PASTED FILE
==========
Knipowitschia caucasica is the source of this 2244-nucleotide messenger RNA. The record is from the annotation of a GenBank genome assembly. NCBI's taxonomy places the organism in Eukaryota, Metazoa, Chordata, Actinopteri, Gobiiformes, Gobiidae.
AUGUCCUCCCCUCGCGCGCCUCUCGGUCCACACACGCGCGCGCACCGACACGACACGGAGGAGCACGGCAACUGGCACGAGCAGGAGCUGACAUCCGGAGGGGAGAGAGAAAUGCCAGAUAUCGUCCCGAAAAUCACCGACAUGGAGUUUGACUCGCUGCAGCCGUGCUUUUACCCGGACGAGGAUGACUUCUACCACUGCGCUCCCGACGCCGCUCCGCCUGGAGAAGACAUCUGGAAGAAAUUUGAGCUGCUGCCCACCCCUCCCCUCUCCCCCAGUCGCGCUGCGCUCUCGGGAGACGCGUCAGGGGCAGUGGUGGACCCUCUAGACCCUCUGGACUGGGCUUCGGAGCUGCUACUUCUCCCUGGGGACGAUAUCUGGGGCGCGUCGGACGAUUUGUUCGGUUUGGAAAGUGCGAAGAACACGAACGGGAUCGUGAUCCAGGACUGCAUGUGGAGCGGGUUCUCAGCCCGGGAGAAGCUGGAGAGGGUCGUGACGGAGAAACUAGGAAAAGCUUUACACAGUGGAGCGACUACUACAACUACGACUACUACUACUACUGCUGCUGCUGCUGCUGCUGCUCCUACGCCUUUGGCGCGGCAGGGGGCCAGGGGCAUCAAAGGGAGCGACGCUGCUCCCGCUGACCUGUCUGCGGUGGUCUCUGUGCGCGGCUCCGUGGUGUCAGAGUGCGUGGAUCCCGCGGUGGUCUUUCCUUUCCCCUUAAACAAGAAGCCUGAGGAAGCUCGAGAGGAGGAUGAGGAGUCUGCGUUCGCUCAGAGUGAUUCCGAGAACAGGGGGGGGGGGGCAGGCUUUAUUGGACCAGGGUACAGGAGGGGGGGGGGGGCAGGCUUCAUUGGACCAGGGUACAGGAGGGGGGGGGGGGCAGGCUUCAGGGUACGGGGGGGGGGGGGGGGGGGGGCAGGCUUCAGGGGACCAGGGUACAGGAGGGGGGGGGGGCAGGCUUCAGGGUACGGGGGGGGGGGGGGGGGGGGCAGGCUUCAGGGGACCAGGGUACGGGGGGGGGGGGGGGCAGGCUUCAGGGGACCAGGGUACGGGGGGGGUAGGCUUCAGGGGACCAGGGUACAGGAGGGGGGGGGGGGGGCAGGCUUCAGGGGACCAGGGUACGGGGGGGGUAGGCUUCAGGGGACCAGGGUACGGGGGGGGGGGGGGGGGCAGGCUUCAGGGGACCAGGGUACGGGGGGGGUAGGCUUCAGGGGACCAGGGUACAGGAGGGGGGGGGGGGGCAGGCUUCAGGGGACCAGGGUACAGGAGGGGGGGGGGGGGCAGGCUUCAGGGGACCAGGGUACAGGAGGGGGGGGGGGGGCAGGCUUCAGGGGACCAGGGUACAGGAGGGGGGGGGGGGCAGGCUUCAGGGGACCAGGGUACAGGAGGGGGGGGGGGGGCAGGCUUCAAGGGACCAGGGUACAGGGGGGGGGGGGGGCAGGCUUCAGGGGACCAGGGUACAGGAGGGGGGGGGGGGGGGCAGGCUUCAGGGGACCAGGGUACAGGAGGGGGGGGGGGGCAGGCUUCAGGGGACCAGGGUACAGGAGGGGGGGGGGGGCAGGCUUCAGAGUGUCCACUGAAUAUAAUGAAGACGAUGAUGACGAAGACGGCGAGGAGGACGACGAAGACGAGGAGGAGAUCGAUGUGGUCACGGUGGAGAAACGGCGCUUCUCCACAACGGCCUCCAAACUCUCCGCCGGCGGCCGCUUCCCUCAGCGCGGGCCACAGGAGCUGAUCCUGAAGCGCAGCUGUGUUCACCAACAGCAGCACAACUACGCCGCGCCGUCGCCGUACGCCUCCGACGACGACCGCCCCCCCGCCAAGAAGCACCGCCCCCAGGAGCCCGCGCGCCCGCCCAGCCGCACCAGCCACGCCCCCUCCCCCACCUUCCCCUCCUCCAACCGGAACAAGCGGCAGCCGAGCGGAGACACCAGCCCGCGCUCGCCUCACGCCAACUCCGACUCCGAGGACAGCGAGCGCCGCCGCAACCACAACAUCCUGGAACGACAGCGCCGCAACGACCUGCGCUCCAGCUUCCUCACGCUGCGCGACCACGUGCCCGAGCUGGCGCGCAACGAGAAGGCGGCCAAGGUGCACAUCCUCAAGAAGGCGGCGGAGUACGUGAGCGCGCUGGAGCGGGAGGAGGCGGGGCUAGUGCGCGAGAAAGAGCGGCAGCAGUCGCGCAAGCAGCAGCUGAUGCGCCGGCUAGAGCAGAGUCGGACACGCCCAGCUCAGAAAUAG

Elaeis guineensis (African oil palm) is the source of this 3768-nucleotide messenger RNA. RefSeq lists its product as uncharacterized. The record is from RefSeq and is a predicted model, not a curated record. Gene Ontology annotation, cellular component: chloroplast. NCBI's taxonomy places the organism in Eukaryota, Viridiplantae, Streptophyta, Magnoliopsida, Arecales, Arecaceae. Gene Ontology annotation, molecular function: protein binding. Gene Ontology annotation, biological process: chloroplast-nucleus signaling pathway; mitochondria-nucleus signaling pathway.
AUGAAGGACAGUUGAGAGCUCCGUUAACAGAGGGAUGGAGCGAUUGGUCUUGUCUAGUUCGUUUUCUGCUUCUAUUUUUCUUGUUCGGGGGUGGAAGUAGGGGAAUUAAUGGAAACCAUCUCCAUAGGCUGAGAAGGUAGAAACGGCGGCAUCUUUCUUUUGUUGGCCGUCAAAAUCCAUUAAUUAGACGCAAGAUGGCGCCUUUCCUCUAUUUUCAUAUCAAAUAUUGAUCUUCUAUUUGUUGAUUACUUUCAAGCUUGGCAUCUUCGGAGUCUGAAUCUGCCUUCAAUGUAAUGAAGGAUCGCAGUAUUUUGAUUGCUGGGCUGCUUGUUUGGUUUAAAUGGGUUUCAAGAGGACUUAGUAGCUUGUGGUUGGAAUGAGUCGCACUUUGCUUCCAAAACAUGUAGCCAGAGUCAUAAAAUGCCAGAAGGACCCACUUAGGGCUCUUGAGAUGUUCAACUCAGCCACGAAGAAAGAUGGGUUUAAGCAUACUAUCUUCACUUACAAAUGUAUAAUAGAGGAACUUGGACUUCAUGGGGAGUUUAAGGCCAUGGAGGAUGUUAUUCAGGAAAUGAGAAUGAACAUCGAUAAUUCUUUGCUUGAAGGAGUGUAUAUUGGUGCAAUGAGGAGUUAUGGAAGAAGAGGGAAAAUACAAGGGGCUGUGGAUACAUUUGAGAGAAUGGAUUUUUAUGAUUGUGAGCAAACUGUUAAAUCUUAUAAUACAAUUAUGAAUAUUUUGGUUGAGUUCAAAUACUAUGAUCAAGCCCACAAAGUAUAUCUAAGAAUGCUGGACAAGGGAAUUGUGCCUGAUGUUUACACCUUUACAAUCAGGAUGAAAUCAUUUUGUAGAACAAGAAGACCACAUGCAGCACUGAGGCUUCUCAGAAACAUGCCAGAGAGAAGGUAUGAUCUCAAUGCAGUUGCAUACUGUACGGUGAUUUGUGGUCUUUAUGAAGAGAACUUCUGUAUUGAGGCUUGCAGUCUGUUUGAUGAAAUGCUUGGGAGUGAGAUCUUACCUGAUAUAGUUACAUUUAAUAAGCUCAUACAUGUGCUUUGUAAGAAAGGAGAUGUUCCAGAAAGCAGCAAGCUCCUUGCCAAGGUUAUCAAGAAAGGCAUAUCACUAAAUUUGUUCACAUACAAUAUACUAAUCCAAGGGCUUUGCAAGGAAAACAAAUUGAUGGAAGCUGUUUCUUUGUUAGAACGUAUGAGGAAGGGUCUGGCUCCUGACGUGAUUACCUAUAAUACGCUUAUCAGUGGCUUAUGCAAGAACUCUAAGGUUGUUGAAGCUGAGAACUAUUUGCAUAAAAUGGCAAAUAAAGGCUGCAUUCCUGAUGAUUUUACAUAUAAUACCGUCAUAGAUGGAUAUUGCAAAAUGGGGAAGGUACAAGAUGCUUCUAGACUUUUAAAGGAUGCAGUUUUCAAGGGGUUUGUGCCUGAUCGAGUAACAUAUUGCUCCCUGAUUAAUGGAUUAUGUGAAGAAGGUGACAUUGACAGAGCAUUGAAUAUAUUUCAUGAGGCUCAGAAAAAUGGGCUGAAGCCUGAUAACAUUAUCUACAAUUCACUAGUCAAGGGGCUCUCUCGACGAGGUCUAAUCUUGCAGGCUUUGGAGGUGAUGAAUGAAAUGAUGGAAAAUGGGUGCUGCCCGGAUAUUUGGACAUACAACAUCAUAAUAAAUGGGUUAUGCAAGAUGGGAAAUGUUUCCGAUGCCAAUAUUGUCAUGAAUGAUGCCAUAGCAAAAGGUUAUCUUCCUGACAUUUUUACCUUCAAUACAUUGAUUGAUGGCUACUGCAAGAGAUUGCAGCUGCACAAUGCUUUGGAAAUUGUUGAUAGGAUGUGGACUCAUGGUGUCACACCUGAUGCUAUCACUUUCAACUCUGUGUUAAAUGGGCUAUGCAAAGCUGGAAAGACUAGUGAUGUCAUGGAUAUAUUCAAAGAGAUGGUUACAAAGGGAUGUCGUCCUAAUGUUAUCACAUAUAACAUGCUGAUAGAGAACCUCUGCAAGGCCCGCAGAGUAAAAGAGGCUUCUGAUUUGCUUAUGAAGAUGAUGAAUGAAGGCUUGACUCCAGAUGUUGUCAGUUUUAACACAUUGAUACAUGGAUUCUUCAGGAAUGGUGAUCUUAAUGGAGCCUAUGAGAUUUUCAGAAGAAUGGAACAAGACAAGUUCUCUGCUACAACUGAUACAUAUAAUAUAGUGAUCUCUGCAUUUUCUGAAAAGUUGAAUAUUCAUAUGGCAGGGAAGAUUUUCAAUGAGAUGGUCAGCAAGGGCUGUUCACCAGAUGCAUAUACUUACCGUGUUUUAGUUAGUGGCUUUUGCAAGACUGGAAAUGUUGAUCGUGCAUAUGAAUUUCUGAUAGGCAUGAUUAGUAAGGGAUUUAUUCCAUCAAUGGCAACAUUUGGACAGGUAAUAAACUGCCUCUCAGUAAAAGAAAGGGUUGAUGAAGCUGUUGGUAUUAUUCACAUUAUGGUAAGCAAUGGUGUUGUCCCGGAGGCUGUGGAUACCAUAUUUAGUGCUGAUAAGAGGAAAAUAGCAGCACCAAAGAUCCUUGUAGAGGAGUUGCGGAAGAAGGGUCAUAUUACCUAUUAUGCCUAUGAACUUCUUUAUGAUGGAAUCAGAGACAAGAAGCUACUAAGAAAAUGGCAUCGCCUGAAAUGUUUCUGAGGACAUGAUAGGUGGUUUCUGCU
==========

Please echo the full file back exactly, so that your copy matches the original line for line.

Knipowitschia caucasica is the source of this 2244-nucleotide messenger RNA. The record is from the annotation of a GenBank genome assembly. NCBI's taxonomy places the organism in Eukaryota, Metazoa, Chordata, Actinopteri, Gobiiformes, Gobiidae.
AUGUCCUCCCCUCGCGCGCCUCUCGGUCCACACACGCGCGCGCACCGACACGACACGGAGGAGCACGGCAACUGGCACGAGCAGGAGCUGACAUCCGGAGGGGAGAGAGAAAUGCCAGAUAUCGUCCCGAAAAUCACCGACAUGGAGUUUGACUCGCUGCAGCCGUGCUUUUACCCGGACGAGGAUGACUUCUACCACUGCGCUCCCGACGCCGCUCCGCCUGGAGAAGACAUCUGGAAGAAAUUUGAGCUGCUGCCCACCCCUCCCCUCUCCCCCAGUCGCGCUGCGCUCUCGGGAGACGCGUCAGGGGCAGUGGUGGACCCUCUAGACCCUCUGGACUGGGCUUCGGAGCUGCUACUUCUCCCUGGGGACGAUAUCUGGGGCGCGUCGGACGAUUUGUUCGGUUUGGAAAGUGCGAAGAACACGAACGGGAUCGUGAUCCAGGACUGCAUGUGGAGCGGGUUCUCAGCCCGGGAGAAGCUGGAGAGGGUCGUGACGGAGAAACUAGGAAAAGCUUUACACAGUGGAGCGACUACUACAACUACGACUACUACUACUACUGCUGCUGCUGCUGCUGCUGCUCCUACGCCUUUGGCGCGGCAGGGGGCCAGGGGCAUCAAAGGGAGCGACGCUGCUCCCGCUGACCUGUCUGCGGUGGUCUCUGUGCGCGGCUCCGUGGUGUCAGAGUGCGUGGAUCCCGCGGUGGUCUUUCCUUUCCCCUUAAACAAGAAGCCUGAGGAAGCUCGAGAGGAGGAUGAGGAGUCUGCGUUCGCUCAGAGUGAUUCCGAGAACAGGGGGGGGGGGGCAGGCUUUAUUGGACCAGGGUACAGGAGGGGGGGGGGGGCAGGCUUCAUUGGACCAGGGUACAGGAGGGGGGGGGGGGCAGGCUUCAGGGUACGGGGGGGGGGGGGGGGGGGGGCAGGCUUCAGGGGACCAGGGUACAGGAGGGGGGGGGGGCAGGCUUCAGGGUACGGGGGGGGGGGGGGGGGGGGCAGGCUUCAGGGGACCAGGGUACGGGGGGGGGGGGGGGCAGGCUUCAGGGGACCAGGGUACGGGGGGGGUAGGCUUCAGGGGACCAGGGUACAGGAGGGGGGGGGGGGGGCAGGCUUCAGGGGACCAGGGUACGGGGGGGGUAGGCUUCAGGGGACCAGGGUACGGGGGGGGGGGGGGGGGCAGGCUUCAGGGGACCAGGGUACGGGGGGGGUAGGCUUCAGGGGACCAGGGUACAGGAGGGGGGGGGGGGGCAGGCUUCAGGGGACCAGGGUACAGGAGGGGGGGGGGGGGCAGGCUUCAGGGGACCAGGGUACAGGAGGGGGGGGGGGGGCAGGCUUCAGGGGACCAGGGUACAGGAGGGGGGGGGGGGCAGGCUUCAGGGGACCAGGGUACAGGAGGGGGGGGGGGGGCAGGCUUCAAGGGACCAGGGUACAGGGGGGGGGGGGGGCAGGCUUCAGGGGACCAGGGUACAGGAGGGGGGGGGGGGGGGCAGGCUUCAGGGGACCAGGGUACAGGAGGGGGGGGGGGGCAGGCUUCAGGGGACCAGGGUACAGGAGGGGGGGGGGGGCAGGCUUCAGAGUGUCCACUGAAUAUAAUGAAGACGAUGAUGACGAAGACGGCGAGGAGGACGACGAAGACGAGGAGGAGAUCGAUGUGGUCACGGUGGAGAAACGGCGCUUCUCCACAACGGCCUCCAAACUCUCCGCCGGCGGCCGCUUCCCUCAGCGCGGGCCACAGGAGCUGAUCCUGAAGCGCAGCUGUGUUCACCAACAGCAGCACAACUACGCCGCGCCGUCGCCGUACGCCUCCGACGACGACCGCCCCCCCGCCAAGAAGCACCGCCCCCAGGAGCCCGCGCGCCCGCCCAGCCGCACCAGCCACGCCCCCUCCCCCACCUUCCCCUCCUCCAACCGGAACAAGCGGCAGCCGAGCGGAGACACCAGCCCGCGCUCGCCUCACGCCAACUCCGACUCCGAGGACAGCGAGCGCCGCCGCAACCACAACAUCCUGGAACGACAGCGCCGCAACGACCUGCGCUCCAGCUUCCUCACGCUGCGCGACCACGUGCCCGAGCUGGCGCGCAACGAGAAGGCGGCCAAGGUGCACAUCCUCAAGAAGGCGGCGGAGUACGUGAGCGCGCUGGAGCGGGAGGAGGCGGGGCUAGUGCGCGAGAAAGAGCGGCAGCAGUCGCGCAAGCAGCAGCUGAUGCGCCGGCUAGAGCAGAGUCGGACACGCCCAGCUCAGAAAUAG

Elaeis guineensis (African oil palm) is the source of this 3768-nucleotide messenger RNA. RefSeq lists its product as uncharacterized. The record is from RefSeq and is a predicted model, not a curated record. Gene Ontology annotation, cellular component: chloroplast. NCBI's taxonomy places the organism in Eukaryota, Viridiplantae, Streptophyta, Magnoliopsida, Arecales, Arecaceae. Gene Ontology annotation, molecular function: protein binding. Gene Ontology annotation, biological process: chloroplast-nucleus signaling pathway; mitochondria-nucleus signaling pathway.
AUGAAGGACAGUUGAGAGCUCCGUUAACAGAGGGAUGGAGCGAUUGGUCUUGUCUAGUUCGUUUUCUGCUUCUAUUUUUCUUGUUCGGGGGUGGAAGUAGGGGAAUUAAUGGAAACCAUCUCCAUAGGCUGAGAAGGUAGAAACGGCGGCAUCUUUCUUUUGUUGGCCGUCAAAAUCCAUUAAUUAGACGCAAGAUGGCGCCUUUCCUCUAUUUUCAUAUCAAAUAUUGAUCUUCUAUUUGUUGAUUACUUUCAAGCUUGGCAUCUUCGGAGUCUGAAUCUGCCUUCAAUGUAAUGAAGGAUCGCAGUAUUUUGAUUGCUGGGCUGCUUGUUUGGUUUAAAUGGGUUUCAAGAGGACUUAGUAGCUUGUGGUUGGAAUGAGUCGCACUUUGCUUCCAAAACAUGUAGCCAGAGUCAUAAAAUGCCAGAAGGACCCACUUAGGGCUCUUGAGAUGUUCAACUCAGCCACGAAGAAAGAUGGGUUUAAGCAUACUAUCUUCACUUACAAAUGUAUAAUAGAGGAACUUGGACUUCAUGGGGAGUUUAAGGCCAUGGAGGAUGUUAUUCAGGAAAUGAGAAUGAACAUCGAUAAUUCUUUGCUUGAAGGAGUGUAUAUUGGUGCAAUGAGGAGUUAUGGAAGAAGAGGGAAAAUACAAGGGGCUGUGGAUACAUUUGAGAGAAUGGAUUUUUAUGAUUGUGAGCAAACUGUUAAAUCUUAUAAUACAAUUAUGAAUAUUUUGGUUGAGUUCAAAUACUAUGAUCAAGCCCACAAAGUAUAUCUAAGAAUGCUGGACAAGGGAAUUGUGCCUGAUGUUUACACCUUUACAAUCAGGAUGAAAUCAUUUUGUAGAACAAGAAGACCACAUGCAGCACUGAGGCUUCUCAGAAACAUGCCAGAGAGAAGGUAUGAUCUCAAUGCAGUUGCAUACUGUACGGUGAUUUGUGGUCUUUAUGAAGAGAACUUCUGUAUUGAGGCUUGCAGUCUGUUUGAUGAAAUGCUUGGGAGUGAGAUCUUACCUGAUAUAGUUACAUUUAAUAAGCUCAUACAUGUGCUUUGUAAGAAAGGAGAUGUUCCAGAAAGCAGCAAGCUCCUUGCCAAGGUUAUCAAGAAAGGCAUAUCACUAAAUUUGUUCACAUACAAUAUACUAAUCCAAGGGCUUUGCAAGGAAAACAAAUUGAUGGAAGCUGUUUCUUUGUUAGAACGUAUGAGGAAGGGUCUGGCUCCUGACGUGAUUACCUAUAAUACGCUUAUCAGUGGCUUAUGCAAGAACUCUAAGGUUGUUGAAGCUGAGAACUAUUUGCAUAAAAUGGCAAAUAAAGGCUGCAUUCCUGAUGAUUUUACAUAUAAUACCGUCAUAGAUGGAUAUUGCAAAAUGGGGAAGGUACAAGAUGCUUCUAGACUUUUAAAGGAUGCAGUUUUCAAGGGGUUUGUGCCUGAUCGAGUAACAUAUUGCUCCCUGAUUAAUGGAUUAUGUGAAGAAGGUGACAUUGACAGAGCAUUGAAUAUAUUUCAUGAGGCUCAGAAAAAUGGGCUGAAGCCUGAUAACAUUAUCUACAAUUCACUAGUCAAGGGGCUCUCUCGACGAGGUCUAAUCUUGCAGGCUUUGGAGGUGAUGAAUGAAAUGAUGGAAAAUGGGUGCUGCCCGGAUAUUUGGACAUACAACAUCAUAAUAAAUGGGUUAUGCAAGAUGGGAAAUGUUUCCGAUGCCAAUAUUGUCAUGAAUGAUGCCAUAGCAAAAGGUUAUCUUCCUGACAUUUUUACCUUCAAUACAUUGAUUGAUGGCUACUGCAAGAGAUUGCAGCUGCACAAUGCUUUGGAAAUUGUUGAUAGGAUGUGGACUCAUGGUGUCACACCUGAUGCUAUCACUUUCAACUCUGUGUUAAAUGGGCUAUGCAAAGCUGGAAAGACUAGUGAUGUCAUGGAUAUAUUCAAAGAGAUGGUUACAAAGGGAUGUCGUCCUAAUGUUAUCACAUAUAACAUGCUGAUAGAGAACCUCUGCAAGGCCCGCAGAGUAAAAGAGGCUUCUGAUUUGCUUAUGAAGAUGAUGAAUGAAGGCUUGACUCCAGAUGUUGUCAGUUUUAACACAUUGAUACAUGGAUUCUUCAGGAAUGGUGAUCUUAAUGGAGCCUAUGAGAUUUUCAGAAGAAUGGAACAAGACAAGUUCUCUGCUACAACUGAUACAUAUAAUAUAGUGAUCUCUGCAUUUUCUGAAAAGUUGAAUAUUCAUAUGGCAGGGAAGAUUUUCAAUGAGAUGGUCAGCAAGGGCUGUUCACCAGAUGCAUAUACUUACCGUGUUUUAGUUAGUGGCUUUUGCAAGACUGGAAAUGUUGAUCGUGCAUAUGAAUUUCUGAUAGGCAUGAUUAGUAAGGGAUUUAUUCCAUCAAUGGCAACAUUUGGACAGGUAAUAAACUGCCUCUCAGUAAAAGAAAGGGUUGAUGAAGCUGUUGGUAUUAUUCACAUUAUGGUAAGCAAUGGUGUUGUCCCGGAGGCUGUGGAUACCAUAUUUAGUGCUGAUAAGAGGAAAAUAGCAGCACCAAAGAUCCUUGUAGAGGAGUUGCGGAAGAAGGGUCAUAUUACCUAUUAUGCCUAUGAACUUCUUUAUGAUGGAAUCAGAGACAAGAAGCUACUAAGAAAAUGGCAUCGCCUGAAAUGUUUCUGAGGACAUGAUAGGUGGUUUCUGCU